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June 1998

College Stands Firm on Unqualified Teachers

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The surplus of unemployed teachers leaves no excuse for hiring unqualified teachers

By Denys Gigučre

The College of Teachers has warned school boards that send unqualified instructors into classrooms that they may face court action if it is required to end the practice.

College Registrar Margaret Wilson has made it clear the College is willing to take strong action to ensure that Ontario’s students are taught by qualified teachers. She says the latest push to keep unqualified teachers out of Ontario classrooms is a service to parents, students and qualified teachers alike.

Ensuring that all teachers in publicly-funded schools in Ontario are qualified is a key part of the College’s mandate. The College is also responsible to the public and teachers for ensuring teachers receive the training they need to provide Ontario’s students with an excellent education now and in the future. Teachers’ self-governing body also sets standards of practice and learning for teachers and accredits teacher education programs and providers.

The College has had to tackle the issue of unqualified teachers often in its first year. It took a well-publicized stand against sections of Bill 160 which appeared to allow the use of unqualified instructors to replace teachers. The government withdrew those sections on the advice of the College.


College Registrar Margaret Wilson issued stern warnings in a letter to school boards across the province after she started receiving calls from parents upset that their children were not taught by qualified teachers.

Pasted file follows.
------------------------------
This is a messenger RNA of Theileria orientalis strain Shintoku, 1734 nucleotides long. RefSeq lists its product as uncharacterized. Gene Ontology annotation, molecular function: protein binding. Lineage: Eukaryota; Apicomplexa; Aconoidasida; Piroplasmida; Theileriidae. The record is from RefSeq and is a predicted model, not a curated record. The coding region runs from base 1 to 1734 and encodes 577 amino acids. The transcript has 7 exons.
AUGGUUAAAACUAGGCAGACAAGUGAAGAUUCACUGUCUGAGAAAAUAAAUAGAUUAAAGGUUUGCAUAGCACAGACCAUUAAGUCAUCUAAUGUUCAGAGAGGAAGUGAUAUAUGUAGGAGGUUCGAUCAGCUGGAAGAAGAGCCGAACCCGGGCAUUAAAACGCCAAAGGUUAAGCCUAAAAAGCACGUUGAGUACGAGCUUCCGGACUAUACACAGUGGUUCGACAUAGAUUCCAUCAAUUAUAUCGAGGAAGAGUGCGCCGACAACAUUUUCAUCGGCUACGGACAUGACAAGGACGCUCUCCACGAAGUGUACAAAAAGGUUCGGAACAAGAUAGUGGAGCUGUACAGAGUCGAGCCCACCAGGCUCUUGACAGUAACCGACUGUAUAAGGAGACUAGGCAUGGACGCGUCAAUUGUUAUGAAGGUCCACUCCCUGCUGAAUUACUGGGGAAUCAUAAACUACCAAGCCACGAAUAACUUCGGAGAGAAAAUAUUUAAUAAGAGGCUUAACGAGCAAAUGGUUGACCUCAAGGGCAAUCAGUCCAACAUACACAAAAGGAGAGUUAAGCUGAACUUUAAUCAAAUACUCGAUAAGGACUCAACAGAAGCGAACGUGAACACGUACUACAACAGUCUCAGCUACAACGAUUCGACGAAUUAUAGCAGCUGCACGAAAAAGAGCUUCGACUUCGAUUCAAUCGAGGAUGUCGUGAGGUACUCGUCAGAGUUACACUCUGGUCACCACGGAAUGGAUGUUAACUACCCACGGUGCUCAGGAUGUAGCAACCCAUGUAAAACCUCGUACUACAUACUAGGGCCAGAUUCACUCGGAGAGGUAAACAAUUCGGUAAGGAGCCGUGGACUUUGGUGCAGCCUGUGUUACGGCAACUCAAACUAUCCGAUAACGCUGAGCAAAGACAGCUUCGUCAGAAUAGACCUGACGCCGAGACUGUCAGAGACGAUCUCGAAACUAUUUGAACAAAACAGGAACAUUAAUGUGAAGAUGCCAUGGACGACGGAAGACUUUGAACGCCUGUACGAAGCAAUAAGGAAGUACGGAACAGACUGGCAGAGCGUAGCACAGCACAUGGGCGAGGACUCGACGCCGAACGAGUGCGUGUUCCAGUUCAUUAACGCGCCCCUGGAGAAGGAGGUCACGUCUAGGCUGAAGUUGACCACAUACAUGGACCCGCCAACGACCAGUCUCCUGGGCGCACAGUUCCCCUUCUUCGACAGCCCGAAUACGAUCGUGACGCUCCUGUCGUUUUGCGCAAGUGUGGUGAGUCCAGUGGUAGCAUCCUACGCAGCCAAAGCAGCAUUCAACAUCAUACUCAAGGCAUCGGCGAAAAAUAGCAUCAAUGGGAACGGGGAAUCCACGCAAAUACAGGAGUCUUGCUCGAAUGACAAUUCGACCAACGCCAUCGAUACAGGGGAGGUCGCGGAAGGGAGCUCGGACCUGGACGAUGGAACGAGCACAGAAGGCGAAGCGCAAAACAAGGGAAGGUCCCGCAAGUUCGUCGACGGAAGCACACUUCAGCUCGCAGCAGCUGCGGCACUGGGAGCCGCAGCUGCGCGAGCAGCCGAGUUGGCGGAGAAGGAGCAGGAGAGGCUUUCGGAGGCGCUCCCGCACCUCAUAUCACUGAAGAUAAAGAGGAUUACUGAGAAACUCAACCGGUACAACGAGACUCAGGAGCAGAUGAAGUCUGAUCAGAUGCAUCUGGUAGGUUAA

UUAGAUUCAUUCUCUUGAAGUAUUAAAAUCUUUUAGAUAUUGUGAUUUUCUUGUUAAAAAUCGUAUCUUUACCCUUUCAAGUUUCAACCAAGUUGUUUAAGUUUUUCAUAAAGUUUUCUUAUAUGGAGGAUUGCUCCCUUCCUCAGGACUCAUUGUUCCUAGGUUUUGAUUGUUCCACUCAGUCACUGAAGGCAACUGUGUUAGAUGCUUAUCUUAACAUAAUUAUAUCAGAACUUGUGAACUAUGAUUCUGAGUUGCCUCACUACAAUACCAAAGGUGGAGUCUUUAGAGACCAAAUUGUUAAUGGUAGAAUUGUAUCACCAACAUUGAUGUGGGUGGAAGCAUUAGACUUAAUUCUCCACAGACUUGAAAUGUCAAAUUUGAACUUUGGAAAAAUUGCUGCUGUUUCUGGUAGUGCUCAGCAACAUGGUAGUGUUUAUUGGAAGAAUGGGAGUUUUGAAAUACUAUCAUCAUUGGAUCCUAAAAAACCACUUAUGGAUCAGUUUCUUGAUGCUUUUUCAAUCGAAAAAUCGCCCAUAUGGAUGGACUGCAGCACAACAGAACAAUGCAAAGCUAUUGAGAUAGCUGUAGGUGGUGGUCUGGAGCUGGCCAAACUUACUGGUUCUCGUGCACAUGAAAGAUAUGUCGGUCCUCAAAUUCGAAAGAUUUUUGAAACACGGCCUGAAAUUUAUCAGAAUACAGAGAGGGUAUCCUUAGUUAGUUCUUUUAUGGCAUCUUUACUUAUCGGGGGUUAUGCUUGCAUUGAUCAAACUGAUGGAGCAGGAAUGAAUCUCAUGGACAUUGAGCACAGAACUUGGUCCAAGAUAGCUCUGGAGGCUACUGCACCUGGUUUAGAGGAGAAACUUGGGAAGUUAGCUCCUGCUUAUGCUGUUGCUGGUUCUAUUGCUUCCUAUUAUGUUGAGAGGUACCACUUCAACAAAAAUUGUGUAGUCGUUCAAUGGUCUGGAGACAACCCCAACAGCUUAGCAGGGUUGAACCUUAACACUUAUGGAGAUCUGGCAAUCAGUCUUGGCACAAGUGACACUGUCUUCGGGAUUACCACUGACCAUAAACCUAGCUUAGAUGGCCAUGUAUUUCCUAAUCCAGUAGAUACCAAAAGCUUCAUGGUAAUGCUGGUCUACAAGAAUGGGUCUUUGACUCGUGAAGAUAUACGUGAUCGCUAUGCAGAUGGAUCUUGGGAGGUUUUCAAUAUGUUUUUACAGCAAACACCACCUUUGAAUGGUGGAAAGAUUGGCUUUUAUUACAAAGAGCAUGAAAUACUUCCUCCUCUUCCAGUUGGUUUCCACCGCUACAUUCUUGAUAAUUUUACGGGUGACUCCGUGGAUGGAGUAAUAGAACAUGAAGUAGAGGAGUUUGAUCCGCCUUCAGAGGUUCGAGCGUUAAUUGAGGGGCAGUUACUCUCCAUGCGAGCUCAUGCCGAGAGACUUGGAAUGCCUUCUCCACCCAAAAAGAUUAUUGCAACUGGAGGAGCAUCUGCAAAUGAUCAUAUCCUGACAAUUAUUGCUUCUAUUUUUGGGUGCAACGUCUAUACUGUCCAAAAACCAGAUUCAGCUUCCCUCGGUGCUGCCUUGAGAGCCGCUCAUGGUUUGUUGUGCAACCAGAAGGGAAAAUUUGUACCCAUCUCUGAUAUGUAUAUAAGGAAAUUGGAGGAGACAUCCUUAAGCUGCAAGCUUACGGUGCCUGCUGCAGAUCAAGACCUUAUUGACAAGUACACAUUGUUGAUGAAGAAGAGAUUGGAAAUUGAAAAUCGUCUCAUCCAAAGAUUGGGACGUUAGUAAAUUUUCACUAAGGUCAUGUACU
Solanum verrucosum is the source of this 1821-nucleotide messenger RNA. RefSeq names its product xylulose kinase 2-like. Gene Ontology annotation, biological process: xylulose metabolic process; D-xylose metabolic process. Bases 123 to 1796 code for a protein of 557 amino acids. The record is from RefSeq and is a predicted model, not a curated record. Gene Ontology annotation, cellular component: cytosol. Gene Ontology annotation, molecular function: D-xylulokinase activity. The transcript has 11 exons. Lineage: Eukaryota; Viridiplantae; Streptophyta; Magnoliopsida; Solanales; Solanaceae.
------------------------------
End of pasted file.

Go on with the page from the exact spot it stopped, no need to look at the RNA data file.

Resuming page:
Parents complained that the Dufferin-Peel Roman Catholic Separate School Board, one of the largest boards in the province with more than 4,500 teachers, regularly called in unqualified supply teachers to teach their children. The College requested a list of occasional teachers frequently employed by the board and is reviewing it to ensure compliance with the legislation.

"As a regulatory body, the College has an obligation to protect the public interest," said Wilson in a letter to the Dufferin-Peel board. "As an employer, the Dufferin-Peel Roman Catholic Separate School Board must ensure that all persons who require membership in the College as a condition of employment are in good standing with the College."

"The surplus of unemployed teachers leaves no excuse for hiring unqualified teachers," said Wilson. "We’ve got three faculties of education in the Golden Horseshoe – Brock University, York University and the University of Toronto – and there are hundreds of young, qualified teachers who would jump at the opportunity to teach."


During the debate on Bill 160, the College insisted that only teachers are specially trained to teach children and adolescents. Computer technicians, musicians, athletes and people with any other background are not, unless they have successfully completed a teacher education program.

The College also pointed out that it could not ensure that the training of unqualified teachers meets the standards set by the College for the teaching profession. In particular, it can not ensure that unqualified teachers adhere to a rigourous code of ethics or are subject to professional discipline if they breach this code.